BELMONT, MA — Dr. Gayane Novikova, founder and director of the Spectrum Center for Strategic Analysis in Yerevan, Armenia, and currently Visiting Scholar in the Department of Near Eastern Languages and Civilizations at Harvard University, will give a lecture on “Turkish Foreign Policy in the South Caucasus: Current Developments,” on Thursday, May 6, 2011, at 8:00 p.m., at the National Association for Armenian Studies and Research (NAASR) Center, 395 Concord Ave., Belmont, MA.
This lecture focuses on aspects of Turkey’s foreign policy as they relate to current developments in Armenia and the South Caucasus. It does so through the prism of Turkey’s relations with the European Union (EU) and Russia.
Turkey is one of the most dynamically developing states in Eurasia, and the model of its political behavior as a Eurasian power is rapidly moving away from that of a passive respondent. It is firmly defining its priorities in this huge area and, to a certain extent, is revising the main directions of its foreign policy. Under the AKP, which came to power in 2002, Turkey has conducted a pragmatic foreign policy aimed exclusively at defending and satisfying the strategic interests of the Turkish state.
The level of political mobilization of Turkey and its activity in the foreign policy area is mostly determined by processes related to its EU membership application, developments in the bilateral relations with the United States and Russia, the Cyprus problem, the Kurdish issue, and processes in the regions adjacent to its borders. Thus, an increasing interest by Turkey in the South Caucasus is unsurprising; however, and despite the fact that the South Caucasus geographically and strategically constitutes its front yard, currently Turkey’s activity in the region is rather constrained.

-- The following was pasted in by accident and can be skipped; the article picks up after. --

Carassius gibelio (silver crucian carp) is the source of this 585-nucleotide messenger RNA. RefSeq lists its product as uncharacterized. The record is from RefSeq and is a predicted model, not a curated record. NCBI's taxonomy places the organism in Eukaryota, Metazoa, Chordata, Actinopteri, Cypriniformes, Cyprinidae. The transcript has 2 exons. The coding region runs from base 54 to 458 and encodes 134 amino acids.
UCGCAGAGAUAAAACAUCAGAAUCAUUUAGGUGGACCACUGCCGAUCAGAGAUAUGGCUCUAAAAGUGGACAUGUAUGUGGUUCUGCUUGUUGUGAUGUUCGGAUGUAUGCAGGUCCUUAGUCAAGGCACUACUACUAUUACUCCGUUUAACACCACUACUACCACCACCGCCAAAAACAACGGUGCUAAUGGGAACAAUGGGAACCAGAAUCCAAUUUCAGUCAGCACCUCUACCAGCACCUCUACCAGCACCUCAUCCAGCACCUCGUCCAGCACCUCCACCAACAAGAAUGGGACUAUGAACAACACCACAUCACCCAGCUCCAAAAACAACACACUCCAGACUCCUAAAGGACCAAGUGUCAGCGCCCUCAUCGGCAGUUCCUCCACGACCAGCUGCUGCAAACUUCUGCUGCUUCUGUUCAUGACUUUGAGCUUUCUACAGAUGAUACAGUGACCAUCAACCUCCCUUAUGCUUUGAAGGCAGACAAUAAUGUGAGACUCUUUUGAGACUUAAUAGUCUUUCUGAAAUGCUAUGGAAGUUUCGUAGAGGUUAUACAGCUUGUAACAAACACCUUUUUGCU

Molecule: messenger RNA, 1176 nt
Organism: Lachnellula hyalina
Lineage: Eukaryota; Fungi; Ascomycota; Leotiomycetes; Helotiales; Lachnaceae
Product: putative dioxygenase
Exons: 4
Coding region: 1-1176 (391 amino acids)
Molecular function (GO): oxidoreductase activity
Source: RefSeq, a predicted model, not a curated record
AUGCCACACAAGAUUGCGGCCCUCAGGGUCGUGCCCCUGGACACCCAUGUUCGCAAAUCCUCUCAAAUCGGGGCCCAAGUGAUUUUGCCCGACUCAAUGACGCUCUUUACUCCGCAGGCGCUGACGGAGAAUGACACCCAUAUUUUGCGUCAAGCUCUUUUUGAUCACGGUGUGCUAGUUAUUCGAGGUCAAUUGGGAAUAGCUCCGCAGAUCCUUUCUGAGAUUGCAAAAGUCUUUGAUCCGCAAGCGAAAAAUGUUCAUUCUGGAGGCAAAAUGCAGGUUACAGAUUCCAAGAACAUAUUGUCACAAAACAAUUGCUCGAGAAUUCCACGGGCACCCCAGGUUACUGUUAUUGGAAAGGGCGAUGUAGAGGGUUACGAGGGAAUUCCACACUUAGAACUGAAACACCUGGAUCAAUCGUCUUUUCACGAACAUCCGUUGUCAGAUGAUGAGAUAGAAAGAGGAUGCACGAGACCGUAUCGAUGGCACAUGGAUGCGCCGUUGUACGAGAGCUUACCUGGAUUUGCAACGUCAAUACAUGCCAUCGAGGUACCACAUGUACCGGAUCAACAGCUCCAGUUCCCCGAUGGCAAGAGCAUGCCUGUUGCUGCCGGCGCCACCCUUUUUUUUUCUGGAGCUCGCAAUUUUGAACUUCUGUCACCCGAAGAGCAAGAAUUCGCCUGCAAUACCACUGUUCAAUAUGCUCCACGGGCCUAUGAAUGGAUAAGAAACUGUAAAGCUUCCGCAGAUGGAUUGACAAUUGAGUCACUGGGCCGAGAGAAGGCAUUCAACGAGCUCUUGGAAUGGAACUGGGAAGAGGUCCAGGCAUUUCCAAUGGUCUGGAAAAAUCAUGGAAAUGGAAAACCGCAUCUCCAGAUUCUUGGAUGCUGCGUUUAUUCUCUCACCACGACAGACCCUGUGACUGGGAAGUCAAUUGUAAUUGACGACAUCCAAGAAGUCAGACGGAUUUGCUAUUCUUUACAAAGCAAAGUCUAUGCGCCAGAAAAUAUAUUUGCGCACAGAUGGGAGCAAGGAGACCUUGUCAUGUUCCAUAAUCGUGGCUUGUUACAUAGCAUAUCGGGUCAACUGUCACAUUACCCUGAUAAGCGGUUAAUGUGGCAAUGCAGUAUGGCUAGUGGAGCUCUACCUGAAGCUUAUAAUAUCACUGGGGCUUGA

Turkey’s proposals to create stability and security pacts and platforms can be implemented only in the event of a normalization of bilateral relations between three regional states and if Turkey’s relations with each develops in a consistent manner. There are different types of tensions and contradiction in Turkey’s bilateral relations with Armenia, Azerbaijan, and Georgia. As a consequence, all possibilities and variants for regional cooperation forms, acceptable to Turkey, are more and more pushed into the indefinite future.
Admission to the lecture at NAASR is free (donations appreciated). The NAASR Center is located opposite the First Armenian Church and next to the U.S. Post Office. Ample parking is available around the building and in adjacent areas. The lecture will begin promptly at 8:00 p.m.
More information about the lecture is available by calling 617-489-1610, faxing 617-484-1759, e-mailing [email protected], or writing to NAASR, 395 Concord Ave., Belmont, MA 02478.

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